Hill: In terms of allocating money -- we talk about having cash in the account, having a watch list -- is there a process that you go through in your own investing life, when you're in that position, when you think, "I've got a little bit of money, let me look at my portfolio," do you tend to look at what's on a watch list? Something that you don't already own? Or do you tend to look first at "What do I already own? Is there something there that's on sale?"
Barker: I start with looking at what I already own. As time goes by, what do I feel I need to do to rediversify things that have gone up and take a bigger percentage of the portfolio, things where I've made mistakes and should leave the stock and find something that I like better. So, it starts with a look at what I already own.
Hill: Question from Daniel in Dubai. He writes, "My portfolio now has 72 positions. It's been beating the market returns for the last year. I noticed that my initial portfolio, set up a little over a year ago, has increased not less than 45% in value thanks to you guys. Originally it was 15 positions. In the past 12 months, as I've been adding to it, the overall returns are obviously smaller as many companies have not had the time to run high. I have a 70% focus on growth stocks, 20% on international, and 10% on marijuana stocks. Is it too big? Should I narrow it down to the winners? If so, when should I do so?"
72 positions in the portfolio, that's a lot of stocks. To go back to Nick and his question, he says it's a largely personal thing -- I sort of feel like 72 would be too many for me to feel like I had a handle on. That's just me. What do you think?
Barker: I would start with, why do you own 72 positions? If it's a David Gardner perspective, where he espouses buying and holding forever, over a long investing career, you're going to have found many companies that you want to keep owning, so you're not just selling to get down to a specific number. 72 is way larger than you need to be fully diversified. That said, the author here has identified 70% focus on growth stocks, 20% on international 10% on marijuana. I'm guessing, of that growth stocks, especially if he's a follower of The Motley Fool's work, probably heavily weighted toward tech. Thus, despite having 72 positions, might not be as diversified as 72 randomly chosen stocks would end up giving you.
Hill: Diversified on an industry basis.
Barker: Yeah. 70% on growth, this could be more diversified with fewer stocks. While everything's going up, it's been a great year for growth, it's been a great five years for growth, it's not going to feel like there was a mistake in concentrating on growth. That will, at some point -- even if it's just for a small period of time -- feel like, "Oh, all I have is growth and it's all going down at the same time." I'm not saying that for the long term, that's a problem, to be over-weighted in growth. But if you want to be more diversified, and with fewer positions, that's probably easy to do by culling this.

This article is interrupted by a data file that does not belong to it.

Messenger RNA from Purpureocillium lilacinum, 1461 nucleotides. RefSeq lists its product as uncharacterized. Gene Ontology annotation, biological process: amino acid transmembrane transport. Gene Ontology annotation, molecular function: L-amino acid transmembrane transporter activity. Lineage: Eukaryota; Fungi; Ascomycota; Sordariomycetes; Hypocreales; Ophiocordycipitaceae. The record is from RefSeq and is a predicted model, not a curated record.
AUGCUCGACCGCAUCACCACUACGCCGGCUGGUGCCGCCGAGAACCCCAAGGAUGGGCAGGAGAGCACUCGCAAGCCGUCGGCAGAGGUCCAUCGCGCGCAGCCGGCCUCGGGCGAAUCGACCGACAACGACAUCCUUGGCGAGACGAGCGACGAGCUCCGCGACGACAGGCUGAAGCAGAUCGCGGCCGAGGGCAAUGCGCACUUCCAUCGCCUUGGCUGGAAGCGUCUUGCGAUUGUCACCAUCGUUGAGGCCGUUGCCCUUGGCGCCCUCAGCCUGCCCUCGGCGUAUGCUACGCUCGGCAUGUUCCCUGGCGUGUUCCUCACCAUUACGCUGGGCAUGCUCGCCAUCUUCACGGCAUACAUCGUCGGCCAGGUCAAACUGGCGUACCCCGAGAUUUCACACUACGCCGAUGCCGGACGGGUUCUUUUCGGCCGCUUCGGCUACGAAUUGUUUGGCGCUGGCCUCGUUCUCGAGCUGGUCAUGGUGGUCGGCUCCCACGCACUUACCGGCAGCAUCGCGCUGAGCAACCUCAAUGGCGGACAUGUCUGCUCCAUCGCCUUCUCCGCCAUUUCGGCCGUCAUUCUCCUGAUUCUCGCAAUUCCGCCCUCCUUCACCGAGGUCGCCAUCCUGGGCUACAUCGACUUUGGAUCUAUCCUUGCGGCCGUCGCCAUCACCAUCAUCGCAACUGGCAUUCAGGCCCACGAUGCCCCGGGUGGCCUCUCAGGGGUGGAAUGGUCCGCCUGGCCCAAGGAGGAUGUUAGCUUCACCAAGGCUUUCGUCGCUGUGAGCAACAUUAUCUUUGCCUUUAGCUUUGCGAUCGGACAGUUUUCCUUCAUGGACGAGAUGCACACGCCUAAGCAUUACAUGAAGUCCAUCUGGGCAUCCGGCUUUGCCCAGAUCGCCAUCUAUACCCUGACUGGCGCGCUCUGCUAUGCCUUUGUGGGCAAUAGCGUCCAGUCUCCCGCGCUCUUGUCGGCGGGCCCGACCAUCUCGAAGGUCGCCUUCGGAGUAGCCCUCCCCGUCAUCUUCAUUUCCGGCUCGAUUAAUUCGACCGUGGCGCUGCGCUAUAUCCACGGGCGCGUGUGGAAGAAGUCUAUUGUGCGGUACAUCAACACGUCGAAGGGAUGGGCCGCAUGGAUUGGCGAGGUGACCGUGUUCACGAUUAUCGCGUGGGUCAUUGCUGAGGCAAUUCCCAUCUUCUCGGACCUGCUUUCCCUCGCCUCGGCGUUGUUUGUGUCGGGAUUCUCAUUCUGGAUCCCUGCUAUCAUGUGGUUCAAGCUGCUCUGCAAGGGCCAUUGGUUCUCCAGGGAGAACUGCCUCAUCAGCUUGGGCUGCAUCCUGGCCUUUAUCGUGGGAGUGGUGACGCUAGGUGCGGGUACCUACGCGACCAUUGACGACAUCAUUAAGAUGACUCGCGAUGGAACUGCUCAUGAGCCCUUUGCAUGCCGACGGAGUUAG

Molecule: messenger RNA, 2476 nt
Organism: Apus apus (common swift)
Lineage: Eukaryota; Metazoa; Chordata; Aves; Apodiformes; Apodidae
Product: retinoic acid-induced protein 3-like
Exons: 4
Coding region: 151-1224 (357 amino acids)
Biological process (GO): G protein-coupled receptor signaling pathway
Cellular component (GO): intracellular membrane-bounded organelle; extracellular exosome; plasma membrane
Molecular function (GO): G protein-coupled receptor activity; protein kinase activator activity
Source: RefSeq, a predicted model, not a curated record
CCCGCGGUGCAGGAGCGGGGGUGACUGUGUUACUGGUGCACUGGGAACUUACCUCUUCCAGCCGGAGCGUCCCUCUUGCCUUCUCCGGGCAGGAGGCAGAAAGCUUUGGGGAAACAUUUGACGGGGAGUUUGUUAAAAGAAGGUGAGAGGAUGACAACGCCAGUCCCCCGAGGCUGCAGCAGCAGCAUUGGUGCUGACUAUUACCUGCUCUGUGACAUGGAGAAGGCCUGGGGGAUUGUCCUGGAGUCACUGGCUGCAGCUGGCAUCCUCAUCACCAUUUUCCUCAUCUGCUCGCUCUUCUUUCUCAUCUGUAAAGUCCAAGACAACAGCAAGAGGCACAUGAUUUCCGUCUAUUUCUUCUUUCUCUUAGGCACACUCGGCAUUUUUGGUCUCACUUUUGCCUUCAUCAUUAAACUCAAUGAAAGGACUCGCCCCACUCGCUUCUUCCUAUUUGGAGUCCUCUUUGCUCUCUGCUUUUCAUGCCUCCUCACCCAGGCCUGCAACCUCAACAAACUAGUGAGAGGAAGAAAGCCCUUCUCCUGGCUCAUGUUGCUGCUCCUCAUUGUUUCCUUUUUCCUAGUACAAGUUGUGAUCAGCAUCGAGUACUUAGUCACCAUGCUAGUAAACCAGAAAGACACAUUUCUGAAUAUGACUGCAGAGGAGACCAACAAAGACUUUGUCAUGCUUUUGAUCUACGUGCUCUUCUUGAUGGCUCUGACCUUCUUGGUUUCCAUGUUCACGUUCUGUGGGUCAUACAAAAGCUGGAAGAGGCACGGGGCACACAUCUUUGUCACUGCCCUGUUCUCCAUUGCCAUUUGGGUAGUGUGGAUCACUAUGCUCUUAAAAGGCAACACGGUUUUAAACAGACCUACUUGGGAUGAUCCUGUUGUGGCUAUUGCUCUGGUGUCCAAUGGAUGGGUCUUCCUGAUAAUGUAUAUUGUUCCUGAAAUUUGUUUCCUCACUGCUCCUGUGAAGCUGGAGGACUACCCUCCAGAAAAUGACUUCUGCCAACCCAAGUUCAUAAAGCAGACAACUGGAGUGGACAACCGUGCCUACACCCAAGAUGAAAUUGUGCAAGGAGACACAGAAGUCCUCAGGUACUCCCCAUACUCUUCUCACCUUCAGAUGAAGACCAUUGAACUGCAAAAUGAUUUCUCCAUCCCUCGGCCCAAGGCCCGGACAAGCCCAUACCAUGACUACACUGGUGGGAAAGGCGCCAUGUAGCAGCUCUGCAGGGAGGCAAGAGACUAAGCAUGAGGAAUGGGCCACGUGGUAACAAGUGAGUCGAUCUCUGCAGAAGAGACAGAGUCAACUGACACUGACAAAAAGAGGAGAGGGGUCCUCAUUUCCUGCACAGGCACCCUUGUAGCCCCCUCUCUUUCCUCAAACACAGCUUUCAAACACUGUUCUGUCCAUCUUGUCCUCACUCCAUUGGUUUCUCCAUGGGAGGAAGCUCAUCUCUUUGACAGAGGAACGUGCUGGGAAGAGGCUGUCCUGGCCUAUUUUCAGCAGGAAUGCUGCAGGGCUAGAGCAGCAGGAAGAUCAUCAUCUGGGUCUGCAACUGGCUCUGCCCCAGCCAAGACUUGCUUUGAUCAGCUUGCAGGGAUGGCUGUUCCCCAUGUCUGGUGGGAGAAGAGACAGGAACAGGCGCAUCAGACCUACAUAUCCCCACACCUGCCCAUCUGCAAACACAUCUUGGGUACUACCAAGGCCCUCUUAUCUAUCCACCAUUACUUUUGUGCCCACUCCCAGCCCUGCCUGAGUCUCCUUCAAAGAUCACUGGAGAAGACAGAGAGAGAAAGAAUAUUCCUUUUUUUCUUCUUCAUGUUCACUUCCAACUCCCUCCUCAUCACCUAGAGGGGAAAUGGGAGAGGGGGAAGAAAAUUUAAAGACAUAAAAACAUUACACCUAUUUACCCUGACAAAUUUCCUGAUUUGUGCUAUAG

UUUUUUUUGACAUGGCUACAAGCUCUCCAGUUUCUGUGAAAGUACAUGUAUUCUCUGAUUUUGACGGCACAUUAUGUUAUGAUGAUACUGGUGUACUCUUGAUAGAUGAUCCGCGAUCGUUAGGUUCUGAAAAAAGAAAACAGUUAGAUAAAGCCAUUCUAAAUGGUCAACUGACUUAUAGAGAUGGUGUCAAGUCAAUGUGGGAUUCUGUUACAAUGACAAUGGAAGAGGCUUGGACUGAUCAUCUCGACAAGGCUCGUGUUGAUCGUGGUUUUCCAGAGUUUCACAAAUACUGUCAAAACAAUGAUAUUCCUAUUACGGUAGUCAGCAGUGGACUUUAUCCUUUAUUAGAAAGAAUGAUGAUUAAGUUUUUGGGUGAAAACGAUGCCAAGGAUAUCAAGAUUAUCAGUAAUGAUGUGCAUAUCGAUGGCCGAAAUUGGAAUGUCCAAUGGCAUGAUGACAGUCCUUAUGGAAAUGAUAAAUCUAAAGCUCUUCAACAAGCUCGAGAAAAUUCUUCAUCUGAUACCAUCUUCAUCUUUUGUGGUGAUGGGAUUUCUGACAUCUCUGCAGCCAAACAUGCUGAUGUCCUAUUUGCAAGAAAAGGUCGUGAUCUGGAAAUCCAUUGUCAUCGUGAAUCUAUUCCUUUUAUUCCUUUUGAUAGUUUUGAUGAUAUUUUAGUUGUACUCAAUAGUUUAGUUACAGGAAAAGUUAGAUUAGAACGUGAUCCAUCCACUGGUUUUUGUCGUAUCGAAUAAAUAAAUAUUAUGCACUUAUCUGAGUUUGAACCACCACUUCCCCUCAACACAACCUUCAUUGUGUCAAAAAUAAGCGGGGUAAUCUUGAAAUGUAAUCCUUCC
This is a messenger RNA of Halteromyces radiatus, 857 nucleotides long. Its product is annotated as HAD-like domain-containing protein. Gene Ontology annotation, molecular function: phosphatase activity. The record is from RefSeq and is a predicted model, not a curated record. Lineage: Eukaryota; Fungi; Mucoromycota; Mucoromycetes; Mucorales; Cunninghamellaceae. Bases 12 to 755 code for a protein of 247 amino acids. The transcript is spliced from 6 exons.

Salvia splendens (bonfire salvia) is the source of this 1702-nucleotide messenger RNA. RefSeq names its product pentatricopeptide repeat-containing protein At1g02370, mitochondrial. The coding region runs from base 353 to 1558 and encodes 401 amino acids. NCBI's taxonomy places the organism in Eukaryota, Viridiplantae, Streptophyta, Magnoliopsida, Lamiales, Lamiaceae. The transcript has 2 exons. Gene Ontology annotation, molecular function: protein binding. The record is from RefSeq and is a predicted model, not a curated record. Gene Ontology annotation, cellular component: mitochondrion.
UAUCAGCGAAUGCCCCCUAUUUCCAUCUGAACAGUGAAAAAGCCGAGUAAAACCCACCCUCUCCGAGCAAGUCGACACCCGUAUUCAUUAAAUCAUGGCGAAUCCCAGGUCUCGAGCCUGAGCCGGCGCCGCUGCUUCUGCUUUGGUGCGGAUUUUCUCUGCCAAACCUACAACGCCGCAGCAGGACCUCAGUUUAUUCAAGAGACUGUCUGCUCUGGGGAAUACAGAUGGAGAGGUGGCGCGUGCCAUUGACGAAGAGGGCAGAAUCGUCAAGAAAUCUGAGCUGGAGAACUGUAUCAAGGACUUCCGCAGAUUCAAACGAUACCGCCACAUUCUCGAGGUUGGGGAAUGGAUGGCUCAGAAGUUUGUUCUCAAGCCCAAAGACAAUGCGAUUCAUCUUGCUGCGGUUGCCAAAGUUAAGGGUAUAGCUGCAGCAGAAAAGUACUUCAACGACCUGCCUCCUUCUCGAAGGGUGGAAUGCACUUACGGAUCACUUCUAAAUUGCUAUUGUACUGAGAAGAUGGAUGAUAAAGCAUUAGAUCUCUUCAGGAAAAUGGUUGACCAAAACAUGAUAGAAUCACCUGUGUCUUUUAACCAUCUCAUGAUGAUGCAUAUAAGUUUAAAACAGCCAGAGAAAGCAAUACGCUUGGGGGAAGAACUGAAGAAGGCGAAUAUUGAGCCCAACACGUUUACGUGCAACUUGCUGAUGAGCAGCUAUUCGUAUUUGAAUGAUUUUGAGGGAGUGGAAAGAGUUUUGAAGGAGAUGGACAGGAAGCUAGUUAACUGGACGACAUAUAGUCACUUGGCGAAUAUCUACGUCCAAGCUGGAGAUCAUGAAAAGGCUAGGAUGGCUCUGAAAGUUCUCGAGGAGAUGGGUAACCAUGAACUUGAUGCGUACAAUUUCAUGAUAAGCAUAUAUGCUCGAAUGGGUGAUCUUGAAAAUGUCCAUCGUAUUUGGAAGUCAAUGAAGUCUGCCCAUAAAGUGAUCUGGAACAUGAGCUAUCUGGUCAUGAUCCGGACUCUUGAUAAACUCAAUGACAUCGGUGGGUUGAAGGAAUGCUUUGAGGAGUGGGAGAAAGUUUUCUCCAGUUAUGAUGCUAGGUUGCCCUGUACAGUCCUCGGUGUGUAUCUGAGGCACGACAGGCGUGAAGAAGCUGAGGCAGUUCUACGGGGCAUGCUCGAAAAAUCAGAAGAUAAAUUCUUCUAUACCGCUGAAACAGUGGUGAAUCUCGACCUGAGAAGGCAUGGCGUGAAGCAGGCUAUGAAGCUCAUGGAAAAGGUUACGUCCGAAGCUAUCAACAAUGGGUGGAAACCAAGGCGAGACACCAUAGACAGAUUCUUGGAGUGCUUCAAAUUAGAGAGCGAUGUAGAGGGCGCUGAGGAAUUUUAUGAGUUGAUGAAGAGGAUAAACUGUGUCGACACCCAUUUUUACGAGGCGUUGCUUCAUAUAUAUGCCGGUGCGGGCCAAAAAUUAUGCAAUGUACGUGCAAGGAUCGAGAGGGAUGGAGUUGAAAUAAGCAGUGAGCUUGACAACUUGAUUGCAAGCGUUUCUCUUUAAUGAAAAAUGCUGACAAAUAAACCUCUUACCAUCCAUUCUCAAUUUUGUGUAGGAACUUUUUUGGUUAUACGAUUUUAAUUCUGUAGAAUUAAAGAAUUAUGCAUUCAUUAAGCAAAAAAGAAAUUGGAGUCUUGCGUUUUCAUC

Hill: I think the only way I could own 72 stocks in a portfolio is if there was a decent chunk of them that I just no longer cared about. That it was a situation where I said, "I got to a point where I decided I wasn't going to sell stocks, no matter what was going on, just because you never know, things can turn around." But, there's 10 or 15, and it's like, "Oh, right. I own that. I'd forgotten since the last time I looked at my portfolio."
Barker: Nobody's going to be following 72 positions closely. Even if it is their job, they're probably not doing that. Most industry analysts are covering fewer than 20 companies in the same industry. Now, they're spending 60 hours a week or more on that. Somebody who is investing their own money in individual stocks, as a way to keep educated about this and to enjoy the process, 72 sounds like, you've seen a lot of things, you liked the story, you bought some, and you like that process. And it's been working out, according to the narrative here. But don't fool yourself into thinking that you're going to follow 72 positions and keep a job.
Hill: Question from Gerald Lynch, who asks, "Can you explain why it would ever be wiser (or more Foolish) to buy an individual stock among the dividend aristocrats rather than a low-cost dividend index fund or ETF based on all the dividend aristocrats?"
For those unfamiliar, dividend aristocrats are companies that have not only paid a dividend for 25 years, but they've increased the dividend for 25 years.
Barker: Right. Either the low-cost dividend index funds or ETFs based on the dividend aristocrats is an excellent way to be invested. Would there ever be a reason to buy an individual stock? If you enjoy the process. If you have some confidence that an individual stock is better than average out of that group. That would be a reason why it would make sense. If you have knowledge about the industry such that you are justified in having that level of confidence about a specific stock. Sure. A dividend aristocrat, of the places that you might buy one and only one stock, there's a pretty good safety net under there. They've got a long history, they're paying dividends. On the growth scale, they're going to be not the most aggressive growers. The amount that you are going to suffer when you're wrong about an individual stock out of that category is less than other categories.